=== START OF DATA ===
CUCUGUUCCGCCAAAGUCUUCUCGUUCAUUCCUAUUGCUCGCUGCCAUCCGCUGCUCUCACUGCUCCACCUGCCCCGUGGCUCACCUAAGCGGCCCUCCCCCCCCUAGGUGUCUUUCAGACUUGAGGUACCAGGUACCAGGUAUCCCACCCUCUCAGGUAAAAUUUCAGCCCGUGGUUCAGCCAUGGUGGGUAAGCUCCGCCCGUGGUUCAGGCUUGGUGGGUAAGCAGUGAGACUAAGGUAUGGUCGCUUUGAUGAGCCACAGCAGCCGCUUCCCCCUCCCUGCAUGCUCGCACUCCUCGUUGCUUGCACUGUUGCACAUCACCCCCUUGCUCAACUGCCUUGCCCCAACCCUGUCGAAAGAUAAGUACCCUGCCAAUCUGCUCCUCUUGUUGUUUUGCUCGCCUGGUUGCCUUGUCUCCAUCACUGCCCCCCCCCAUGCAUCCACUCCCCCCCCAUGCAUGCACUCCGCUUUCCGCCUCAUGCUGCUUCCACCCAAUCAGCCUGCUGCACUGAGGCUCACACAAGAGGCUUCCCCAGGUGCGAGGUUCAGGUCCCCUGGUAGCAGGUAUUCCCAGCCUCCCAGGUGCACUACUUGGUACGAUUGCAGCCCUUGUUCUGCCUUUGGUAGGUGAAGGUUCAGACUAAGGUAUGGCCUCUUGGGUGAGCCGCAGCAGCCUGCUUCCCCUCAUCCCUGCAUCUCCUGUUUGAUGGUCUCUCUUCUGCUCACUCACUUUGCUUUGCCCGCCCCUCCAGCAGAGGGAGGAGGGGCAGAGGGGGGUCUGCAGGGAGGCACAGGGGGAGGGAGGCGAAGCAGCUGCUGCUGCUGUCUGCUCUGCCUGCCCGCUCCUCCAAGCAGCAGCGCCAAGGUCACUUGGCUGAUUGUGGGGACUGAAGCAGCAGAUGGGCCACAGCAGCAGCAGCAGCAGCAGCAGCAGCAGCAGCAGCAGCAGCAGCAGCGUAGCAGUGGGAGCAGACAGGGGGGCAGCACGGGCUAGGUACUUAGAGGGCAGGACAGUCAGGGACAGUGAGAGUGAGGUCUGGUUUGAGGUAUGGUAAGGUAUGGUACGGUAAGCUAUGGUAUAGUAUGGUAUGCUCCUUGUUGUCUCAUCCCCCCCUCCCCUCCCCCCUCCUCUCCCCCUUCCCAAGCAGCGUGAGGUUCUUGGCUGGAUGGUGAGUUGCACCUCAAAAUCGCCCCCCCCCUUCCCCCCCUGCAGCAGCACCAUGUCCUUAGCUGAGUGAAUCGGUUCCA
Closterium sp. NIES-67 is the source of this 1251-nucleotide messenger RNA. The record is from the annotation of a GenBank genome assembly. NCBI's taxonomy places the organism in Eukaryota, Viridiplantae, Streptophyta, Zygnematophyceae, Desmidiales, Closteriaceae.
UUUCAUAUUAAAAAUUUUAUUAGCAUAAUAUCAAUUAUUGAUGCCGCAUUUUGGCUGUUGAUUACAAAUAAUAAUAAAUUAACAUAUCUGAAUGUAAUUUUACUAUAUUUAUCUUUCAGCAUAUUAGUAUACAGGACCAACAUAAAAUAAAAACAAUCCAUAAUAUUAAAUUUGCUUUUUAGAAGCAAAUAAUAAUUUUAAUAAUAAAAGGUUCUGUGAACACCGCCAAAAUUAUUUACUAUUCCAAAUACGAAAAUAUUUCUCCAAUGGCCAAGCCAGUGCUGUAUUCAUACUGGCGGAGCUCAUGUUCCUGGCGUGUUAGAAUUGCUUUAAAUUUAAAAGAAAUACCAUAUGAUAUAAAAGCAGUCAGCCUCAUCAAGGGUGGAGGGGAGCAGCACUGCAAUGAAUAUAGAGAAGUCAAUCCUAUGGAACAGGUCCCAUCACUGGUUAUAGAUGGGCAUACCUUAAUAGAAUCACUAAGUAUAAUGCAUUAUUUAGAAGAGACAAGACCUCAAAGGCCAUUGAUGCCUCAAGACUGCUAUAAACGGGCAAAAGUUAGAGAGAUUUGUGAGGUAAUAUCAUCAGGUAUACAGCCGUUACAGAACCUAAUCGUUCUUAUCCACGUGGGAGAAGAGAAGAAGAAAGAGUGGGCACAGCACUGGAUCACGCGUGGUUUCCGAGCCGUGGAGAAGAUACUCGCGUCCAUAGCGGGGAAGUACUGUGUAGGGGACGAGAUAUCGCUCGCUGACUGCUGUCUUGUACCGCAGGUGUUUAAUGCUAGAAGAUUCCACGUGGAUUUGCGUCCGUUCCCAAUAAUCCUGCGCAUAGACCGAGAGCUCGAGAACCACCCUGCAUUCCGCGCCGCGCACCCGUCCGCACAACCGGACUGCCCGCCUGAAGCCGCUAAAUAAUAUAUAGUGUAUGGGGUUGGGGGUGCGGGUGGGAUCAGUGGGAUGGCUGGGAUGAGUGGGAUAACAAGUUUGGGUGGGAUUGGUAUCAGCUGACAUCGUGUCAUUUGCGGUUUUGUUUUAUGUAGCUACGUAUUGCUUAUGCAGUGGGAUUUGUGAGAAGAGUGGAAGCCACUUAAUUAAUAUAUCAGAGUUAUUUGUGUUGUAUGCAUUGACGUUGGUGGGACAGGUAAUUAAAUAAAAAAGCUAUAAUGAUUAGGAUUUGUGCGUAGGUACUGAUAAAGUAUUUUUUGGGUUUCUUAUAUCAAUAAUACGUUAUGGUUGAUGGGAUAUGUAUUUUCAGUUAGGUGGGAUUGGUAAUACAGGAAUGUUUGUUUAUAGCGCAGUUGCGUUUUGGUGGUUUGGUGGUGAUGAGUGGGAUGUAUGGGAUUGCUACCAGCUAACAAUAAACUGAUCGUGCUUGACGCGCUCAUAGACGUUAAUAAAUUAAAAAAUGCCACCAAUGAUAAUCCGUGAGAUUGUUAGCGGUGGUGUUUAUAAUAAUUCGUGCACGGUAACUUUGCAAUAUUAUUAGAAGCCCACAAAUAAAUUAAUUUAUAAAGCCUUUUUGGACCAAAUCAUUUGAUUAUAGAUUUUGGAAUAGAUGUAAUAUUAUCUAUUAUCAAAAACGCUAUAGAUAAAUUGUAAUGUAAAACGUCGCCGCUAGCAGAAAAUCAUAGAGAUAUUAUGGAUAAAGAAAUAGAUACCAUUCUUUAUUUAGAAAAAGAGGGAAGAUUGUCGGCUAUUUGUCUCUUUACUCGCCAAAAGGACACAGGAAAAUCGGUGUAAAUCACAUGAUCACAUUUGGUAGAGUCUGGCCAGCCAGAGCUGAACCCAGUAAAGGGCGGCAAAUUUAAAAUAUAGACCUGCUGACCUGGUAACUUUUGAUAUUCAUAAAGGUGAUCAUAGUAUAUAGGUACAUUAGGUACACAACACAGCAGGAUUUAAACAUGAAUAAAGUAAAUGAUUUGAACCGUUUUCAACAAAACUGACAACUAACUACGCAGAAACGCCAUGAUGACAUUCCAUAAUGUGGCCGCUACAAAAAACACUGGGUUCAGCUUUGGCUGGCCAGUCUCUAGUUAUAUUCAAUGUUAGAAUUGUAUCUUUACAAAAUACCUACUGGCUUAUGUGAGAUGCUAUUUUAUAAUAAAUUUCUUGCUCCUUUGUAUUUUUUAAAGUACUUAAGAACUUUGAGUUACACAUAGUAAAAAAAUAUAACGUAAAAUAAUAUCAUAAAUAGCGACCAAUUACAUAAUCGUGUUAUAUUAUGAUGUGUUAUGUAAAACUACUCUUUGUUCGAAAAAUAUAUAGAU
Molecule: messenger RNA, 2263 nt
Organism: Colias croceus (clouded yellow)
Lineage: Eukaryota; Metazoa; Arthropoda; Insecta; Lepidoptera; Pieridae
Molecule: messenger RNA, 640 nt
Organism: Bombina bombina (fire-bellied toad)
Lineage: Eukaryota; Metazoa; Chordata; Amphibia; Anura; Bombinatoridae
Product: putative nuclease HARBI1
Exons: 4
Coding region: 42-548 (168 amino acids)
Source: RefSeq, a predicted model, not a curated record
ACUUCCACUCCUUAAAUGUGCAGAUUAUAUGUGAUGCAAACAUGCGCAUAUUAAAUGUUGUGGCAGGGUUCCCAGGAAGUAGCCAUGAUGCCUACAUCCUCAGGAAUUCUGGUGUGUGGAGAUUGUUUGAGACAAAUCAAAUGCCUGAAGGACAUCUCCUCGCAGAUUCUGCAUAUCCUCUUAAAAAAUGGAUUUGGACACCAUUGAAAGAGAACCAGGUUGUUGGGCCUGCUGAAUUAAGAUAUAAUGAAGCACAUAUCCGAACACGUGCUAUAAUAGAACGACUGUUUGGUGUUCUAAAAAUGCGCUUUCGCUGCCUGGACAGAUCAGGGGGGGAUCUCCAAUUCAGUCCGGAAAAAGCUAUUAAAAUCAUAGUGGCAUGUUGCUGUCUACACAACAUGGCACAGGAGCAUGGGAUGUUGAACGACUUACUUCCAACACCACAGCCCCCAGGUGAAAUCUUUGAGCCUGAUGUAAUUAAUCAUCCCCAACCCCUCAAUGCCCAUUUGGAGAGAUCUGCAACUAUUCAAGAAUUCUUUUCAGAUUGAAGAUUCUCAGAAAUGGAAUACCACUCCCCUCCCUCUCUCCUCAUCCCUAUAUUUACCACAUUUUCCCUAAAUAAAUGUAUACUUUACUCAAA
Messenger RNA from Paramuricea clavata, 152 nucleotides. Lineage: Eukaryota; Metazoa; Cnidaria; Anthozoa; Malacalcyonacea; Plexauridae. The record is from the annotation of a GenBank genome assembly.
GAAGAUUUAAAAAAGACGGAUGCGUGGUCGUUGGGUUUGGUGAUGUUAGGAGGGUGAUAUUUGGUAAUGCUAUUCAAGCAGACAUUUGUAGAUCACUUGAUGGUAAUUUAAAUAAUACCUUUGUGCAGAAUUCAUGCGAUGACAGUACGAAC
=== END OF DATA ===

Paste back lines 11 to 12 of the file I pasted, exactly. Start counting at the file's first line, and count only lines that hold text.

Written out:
Exons: 4
Coding region: 42-548 (168 amino acids)